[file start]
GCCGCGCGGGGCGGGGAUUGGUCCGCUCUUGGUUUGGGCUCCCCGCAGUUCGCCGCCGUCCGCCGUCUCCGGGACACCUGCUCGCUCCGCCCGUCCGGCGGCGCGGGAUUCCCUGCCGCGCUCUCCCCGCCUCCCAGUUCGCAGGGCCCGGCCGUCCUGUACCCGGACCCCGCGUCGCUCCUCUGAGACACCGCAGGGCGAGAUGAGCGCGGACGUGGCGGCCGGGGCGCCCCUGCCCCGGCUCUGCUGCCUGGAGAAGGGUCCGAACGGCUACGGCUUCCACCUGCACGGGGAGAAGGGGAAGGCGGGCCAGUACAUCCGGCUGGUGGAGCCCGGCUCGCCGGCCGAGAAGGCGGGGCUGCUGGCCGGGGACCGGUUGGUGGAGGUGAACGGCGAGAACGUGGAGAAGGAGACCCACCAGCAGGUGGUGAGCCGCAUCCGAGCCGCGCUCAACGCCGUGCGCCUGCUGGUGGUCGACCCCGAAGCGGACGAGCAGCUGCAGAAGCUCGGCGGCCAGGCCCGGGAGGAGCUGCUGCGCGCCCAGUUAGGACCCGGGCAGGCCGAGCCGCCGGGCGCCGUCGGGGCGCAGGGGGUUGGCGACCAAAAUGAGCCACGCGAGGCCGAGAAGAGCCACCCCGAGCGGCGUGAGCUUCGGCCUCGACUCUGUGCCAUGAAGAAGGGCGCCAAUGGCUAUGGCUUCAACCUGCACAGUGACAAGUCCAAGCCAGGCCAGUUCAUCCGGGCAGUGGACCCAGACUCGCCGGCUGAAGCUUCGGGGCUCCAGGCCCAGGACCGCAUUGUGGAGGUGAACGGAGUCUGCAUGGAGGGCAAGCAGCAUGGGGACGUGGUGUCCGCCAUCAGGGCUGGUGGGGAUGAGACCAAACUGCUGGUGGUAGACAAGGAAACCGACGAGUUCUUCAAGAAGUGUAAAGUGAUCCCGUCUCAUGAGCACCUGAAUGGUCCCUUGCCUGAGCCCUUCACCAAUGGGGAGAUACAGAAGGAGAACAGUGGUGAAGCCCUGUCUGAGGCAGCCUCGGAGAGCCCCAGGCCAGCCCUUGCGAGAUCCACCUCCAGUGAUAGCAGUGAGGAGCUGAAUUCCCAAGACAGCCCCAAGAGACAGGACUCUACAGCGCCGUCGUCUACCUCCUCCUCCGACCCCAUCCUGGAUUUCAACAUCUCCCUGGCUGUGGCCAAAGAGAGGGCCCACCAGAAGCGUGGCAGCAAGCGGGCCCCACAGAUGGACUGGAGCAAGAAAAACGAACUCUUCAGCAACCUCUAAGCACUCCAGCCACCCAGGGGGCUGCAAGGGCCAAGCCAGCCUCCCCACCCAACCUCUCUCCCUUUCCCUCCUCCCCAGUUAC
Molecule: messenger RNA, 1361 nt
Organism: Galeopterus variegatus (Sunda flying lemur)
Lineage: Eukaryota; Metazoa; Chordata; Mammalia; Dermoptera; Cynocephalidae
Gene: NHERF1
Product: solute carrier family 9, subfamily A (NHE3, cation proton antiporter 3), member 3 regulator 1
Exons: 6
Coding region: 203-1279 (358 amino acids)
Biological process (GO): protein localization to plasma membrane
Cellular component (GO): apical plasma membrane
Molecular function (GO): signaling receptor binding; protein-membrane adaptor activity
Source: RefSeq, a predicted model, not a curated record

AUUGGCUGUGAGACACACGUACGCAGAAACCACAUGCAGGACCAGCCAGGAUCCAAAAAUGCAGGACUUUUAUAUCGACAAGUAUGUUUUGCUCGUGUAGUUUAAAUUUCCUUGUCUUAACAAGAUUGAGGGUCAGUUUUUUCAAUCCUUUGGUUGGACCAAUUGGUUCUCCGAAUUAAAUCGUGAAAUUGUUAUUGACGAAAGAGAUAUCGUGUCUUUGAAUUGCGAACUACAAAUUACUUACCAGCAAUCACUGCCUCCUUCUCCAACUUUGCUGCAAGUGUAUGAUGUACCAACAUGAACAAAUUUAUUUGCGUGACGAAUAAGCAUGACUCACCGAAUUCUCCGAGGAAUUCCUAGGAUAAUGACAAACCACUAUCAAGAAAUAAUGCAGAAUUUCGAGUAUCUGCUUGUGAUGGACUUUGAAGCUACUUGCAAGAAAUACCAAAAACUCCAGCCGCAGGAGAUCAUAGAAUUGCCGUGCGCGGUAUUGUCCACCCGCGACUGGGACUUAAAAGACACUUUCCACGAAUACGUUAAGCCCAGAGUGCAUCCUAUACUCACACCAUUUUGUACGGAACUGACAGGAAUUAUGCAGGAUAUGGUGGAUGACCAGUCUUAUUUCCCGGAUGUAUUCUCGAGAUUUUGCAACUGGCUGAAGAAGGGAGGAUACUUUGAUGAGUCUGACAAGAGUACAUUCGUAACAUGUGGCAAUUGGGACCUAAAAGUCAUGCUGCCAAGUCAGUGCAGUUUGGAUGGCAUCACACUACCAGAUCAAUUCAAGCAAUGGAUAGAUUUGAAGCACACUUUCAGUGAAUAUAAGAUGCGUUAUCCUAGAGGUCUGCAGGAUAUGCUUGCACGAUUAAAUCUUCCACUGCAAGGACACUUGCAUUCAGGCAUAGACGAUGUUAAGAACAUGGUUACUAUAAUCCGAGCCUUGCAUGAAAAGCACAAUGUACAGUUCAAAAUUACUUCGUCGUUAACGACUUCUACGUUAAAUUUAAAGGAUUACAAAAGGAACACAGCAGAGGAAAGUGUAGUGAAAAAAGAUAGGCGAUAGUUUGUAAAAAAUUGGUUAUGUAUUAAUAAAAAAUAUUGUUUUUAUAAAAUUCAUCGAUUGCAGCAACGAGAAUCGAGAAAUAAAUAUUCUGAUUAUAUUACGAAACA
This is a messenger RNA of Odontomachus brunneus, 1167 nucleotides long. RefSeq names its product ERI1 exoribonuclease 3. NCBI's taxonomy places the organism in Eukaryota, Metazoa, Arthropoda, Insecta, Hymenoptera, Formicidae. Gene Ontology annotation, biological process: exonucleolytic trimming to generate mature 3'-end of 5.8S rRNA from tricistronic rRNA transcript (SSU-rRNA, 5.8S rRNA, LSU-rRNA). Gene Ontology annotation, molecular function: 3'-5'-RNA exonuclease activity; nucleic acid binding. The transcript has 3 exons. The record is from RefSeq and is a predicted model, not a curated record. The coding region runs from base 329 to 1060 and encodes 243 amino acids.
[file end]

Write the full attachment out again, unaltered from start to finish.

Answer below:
GCCGCGCGGGGCGGGGAUUGGUCCGCUCUUGGUUUGGGCUCCCCGCAGUUCGCCGCCGUCCGCCGUCUCCGGGACACCUGCUCGCUCCGCCCGUCCGGCGGCGCGGGAUUCCCUGCCGCGCUCUCCCCGCCUCCCAGUUCGCAGGGCCCGGCCGUCCUGUACCCGGACCCCGCGUCGCUCCUCUGAGACACCGCAGGGCGAGAUGAGCGCGGACGUGGCGGCCGGGGCGCCCCUGCCCCGGCUCUGCUGCCUGGAGAAGGGUCCGAACGGCUACGGCUUCCACCUGCACGGGGAGAAGGGGAAGGCGGGCCAGUACAUCCGGCUGGUGGAGCCCGGCUCGCCGGCCGAGAAGGCGGGGCUGCUGGCCGGGGACCGGUUGGUGGAGGUGAACGGCGAGAACGUGGAGAAGGAGACCCACCAGCAGGUGGUGAGCCGCAUCCGAGCCGCGCUCAACGCCGUGCGCCUGCUGGUGGUCGACCCCGAAGCGGACGAGCAGCUGCAGAAGCUCGGCGGCCAGGCCCGGGAGGAGCUGCUGCGCGCCCAGUUAGGACCCGGGCAGGCCGAGCCGCCGGGCGCCGUCGGGGCGCAGGGGGUUGGCGACCAAAAUGAGCCACGCGAGGCCGAGAAGAGCCACCCCGAGCGGCGUGAGCUUCGGCCUCGACUCUGUGCCAUGAAGAAGGGCGCCAAUGGCUAUGGCUUCAACCUGCACAGUGACAAGUCCAAGCCAGGCCAGUUCAUCCGGGCAGUGGACCCAGACUCGCCGGCUGAAGCUUCGGGGCUCCAGGCCCAGGACCGCAUUGUGGAGGUGAACGGAGUCUGCAUGGAGGGCAAGCAGCAUGGGGACGUGGUGUCCGCCAUCAGGGCUGGUGGGGAUGAGACCAAACUGCUGGUGGUAGACAAGGAAACCGACGAGUUCUUCAAGAAGUGUAAAGUGAUCCCGUCUCAUGAGCACCUGAAUGGUCCCUUGCCUGAGCCCUUCACCAAUGGGGAGAUACAGAAGGAGAACAGUGGUGAAGCCCUGUCUGAGGCAGCCUCGGAGAGCCCCAGGCCAGCCCUUGCGAGAUCCACCUCCAGUGAUAGCAGUGAGGAGCUGAAUUCCCAAGACAGCCCCAAGAGACAGGACUCUACAGCGCCGUCGUCUACCUCCUCCUCCGACCCCAUCCUGGAUUUCAACAUCUCCCUGGCUGUGGCCAAAGAGAGGGCCCACCAGAAGCGUGGCAGCAAGCGGGCCCCACAGAUGGACUGGAGCAAGAAAAACGAACUCUUCAGCAACCUCUAAGCACUCCAGCCACCCAGGGGGCUGCAAGGGCCAAGCCAGCCUCCCCACCCAACCUCUCUCCCUUUCCCUCCUCCCCAGUUAC
Molecule: messenger RNA, 1361 nt
Organism: Galeopterus variegatus (Sunda flying lemur)
Lineage: Eukaryota; Metazoa; Chordata; Mammalia; Dermoptera; Cynocephalidae
Gene: NHERF1
Product: solute carrier family 9, subfamily A (NHE3, cation proton antiporter 3), member 3 regulator 1
Exons: 6
Coding region: 203-1279 (358 amino acids)
Biological process (GO): protein localization to plasma membrane
Cellular component (GO): apical plasma membrane
Molecular function (GO): signaling receptor binding; protein-membrane adaptor activity
Source: RefSeq, a predicted model, not a curated record

AUUGGCUGUGAGACACACGUACGCAGAAACCACAUGCAGGACCAGCCAGGAUCCAAAAAUGCAGGACUUUUAUAUCGACAAGUAUGUUUUGCUCGUGUAGUUUAAAUUUCCUUGUCUUAACAAGAUUGAGGGUCAGUUUUUUCAAUCCUUUGGUUGGACCAAUUGGUUCUCCGAAUUAAAUCGUGAAAUUGUUAUUGACGAAAGAGAUAUCGUGUCUUUGAAUUGCGAACUACAAAUUACUUACCAGCAAUCACUGCCUCCUUCUCCAACUUUGCUGCAAGUGUAUGAUGUACCAACAUGAACAAAUUUAUUUGCGUGACGAAUAAGCAUGACUCACCGAAUUCUCCGAGGAAUUCCUAGGAUAAUGACAAACCACUAUCAAGAAAUAAUGCAGAAUUUCGAGUAUCUGCUUGUGAUGGACUUUGAAGCUACUUGCAAGAAAUACCAAAAACUCCAGCCGCAGGAGAUCAUAGAAUUGCCGUGCGCGGUAUUGUCCACCCGCGACUGGGACUUAAAAGACACUUUCCACGAAUACGUUAAGCCCAGAGUGCAUCCUAUACUCACACCAUUUUGUACGGAACUGACAGGAAUUAUGCAGGAUAUGGUGGAUGACCAGUCUUAUUUCCCGGAUGUAUUCUCGAGAUUUUGCAACUGGCUGAAGAAGGGAGGAUACUUUGAUGAGUCUGACAAGAGUACAUUCGUAACAUGUGGCAAUUGGGACCUAAAAGUCAUGCUGCCAAGUCAGUGCAGUUUGGAUGGCAUCACACUACCAGAUCAAUUCAAGCAAUGGAUAGAUUUGAAGCACACUUUCAGUGAAUAUAAGAUGCGUUAUCCUAGAGGUCUGCAGGAUAUGCUUGCACGAUUAAAUCUUCCACUGCAAGGACACUUGCAUUCAGGCAUAGACGAUGUUAAGAACAUGGUUACUAUAAUCCGAGCCUUGCAUGAAAAGCACAAUGUACAGUUCAAAAUUACUUCGUCGUUAACGACUUCUACGUUAAAUUUAAAGGAUUACAAAAGGAACACAGCAGAGGAAAGUGUAGUGAAAAAAGAUAGGCGAUAGUUUGUAAAAAAUUGGUUAUGUAUUAAUAAAAAAUAUUGUUUUUAUAAAAUUCAUCGAUUGCAGCAACGAGAAUCGAGAAAUAAAUAUUCUGAUUAUAUUACGAAACA
This is a messenger RNA of Odontomachus brunneus, 1167 nucleotides long. RefSeq names its product ERI1 exoribonuclease 3. NCBI's taxonomy places the organism in Eukaryota, Metazoa, Arthropoda, Insecta, Hymenoptera, Formicidae. Gene Ontology annotation, biological process: exonucleolytic trimming to generate mature 3'-end of 5.8S rRNA from tricistronic rRNA transcript (SSU-rRNA, 5.8S rRNA, LSU-rRNA). Gene Ontology annotation, molecular function: 3'-5'-RNA exonuclease activity; nucleic acid binding. The transcript has 3 exons. The record is from RefSeq and is a predicted model, not a curated record. The coding region runs from base 329 to 1060 and encodes 243 amino acids.